The TDRI has a history of opposing the rice price protection scheme which benefitted small farmers. It also opposes the idea of a welfare state.

This only goes to show that neo-liberalism and dictatorship go hand in hand.

Update: The Bangkok Post reports that the Ministry of Public Health has denied that any changes are planned. PPT suggests reading the original report above and decide if this denial is believeable.


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17 07 2014
Health malpractice | Political Prisoners in Thailand

[…] may remember that PPT posted on plans for the end to the 30 baht health scheme as part of an uprooting of the Thaksin regime. Back then, the Public health permanent secretary […]

17 07 2014
Health malpractice | Political Prisoners of Thailand

[…] of thailand · in Uncategorized · Leave a comment Readers may remember that PPT posted on plans for the end to the 30 baht health scheme as part of an uprooting of the Thaksin regime. Back then, the Public health permanent secretary […]

1 05 2015
Junta and health “populism” | Political Prisoners in Thailand

[…] and the Royal Household has obscured and fabricated. At times we have posted on royalist-inspired efforts to roll back the Thaksin Shinawatra universal health care program. We have mentioned independent assessments of […]

1 05 2015
Junta and health “populism” | Political Prisoners of Thailand

[…] and the Royal Household has obscured and fabricated. At times we have posted on royalist-inspired efforts to roll back the Thaksin Shinawatra universal health care program. We have mentioned independent assessments of […]

3 07 2015
Killing people | Political Prisoners in Thailand

[…] time the royalists have attacked the scheme since the military coup. Within weeks of that coup, the first thrust was made. The MOPH leadership, dominated by anti-Thaksin royalists, is wanting to raise […]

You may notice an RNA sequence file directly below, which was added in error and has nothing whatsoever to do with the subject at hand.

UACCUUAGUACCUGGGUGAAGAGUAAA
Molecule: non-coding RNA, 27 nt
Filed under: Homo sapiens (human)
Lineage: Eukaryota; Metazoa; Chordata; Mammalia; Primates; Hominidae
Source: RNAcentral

3 07 2015
Killing people | Political Prisoners of Thailand

[…] time the royalists have attacked the scheme since the military coup. Within weeks of that coup, the first thrust was made. The MOPH leadership, dominated by anti-Thaksin royalists, is wanting to raise […]

27 07 2015
Rubbing out universal health care | Political Prisoners in Thailand

[…] has had several posts over a number of years on royalist-inspired efforts to roll back the Thaksin Shinawatra universal health care program. We have mentioned independent assessments of […]

27 07 2015
Rubbing out universal health care | Political Prisoners of Thailand

[…] has had several posts over a number of years on royalist-inspired efforts to roll back the Thaksin Shinawatra universal health care program. We have mentioned independent assessments of […]

6 06 2017
Health care still a junta “problem” | Political Prisoners in Thailand

[…] may remember that PPT posted on plans for the end to the 30 baht health scheme as part of an uprooting of the Thaksin regime. Back then, the Public health permanent secretary […]

6 06 2017
Health care still a junta “problem” | Political Prisoners of Thailand

[…] may remember that PPT posted on plans for the end to the 30 baht health scheme as part of an uprooting of the Thaksin regime. Back then, the Public health permanent secretary […]

19 06 2017
Still working against universal health care | Political Prisoners in Thailand

[…] program should be ditched or modified. We have we have posted on some of these royalist-inspired efforts to roll back the universal health care program. We have also mentioned independent assessments of the success of […]

19 06 2017
Still working against universal health care | Political Prisoners of Thailand

[…] program should be ditched or modified. We have we have posted on some of these royalist-inspired efforts to roll back the universal health care program. We have also mentioned independent assessments of the success of […]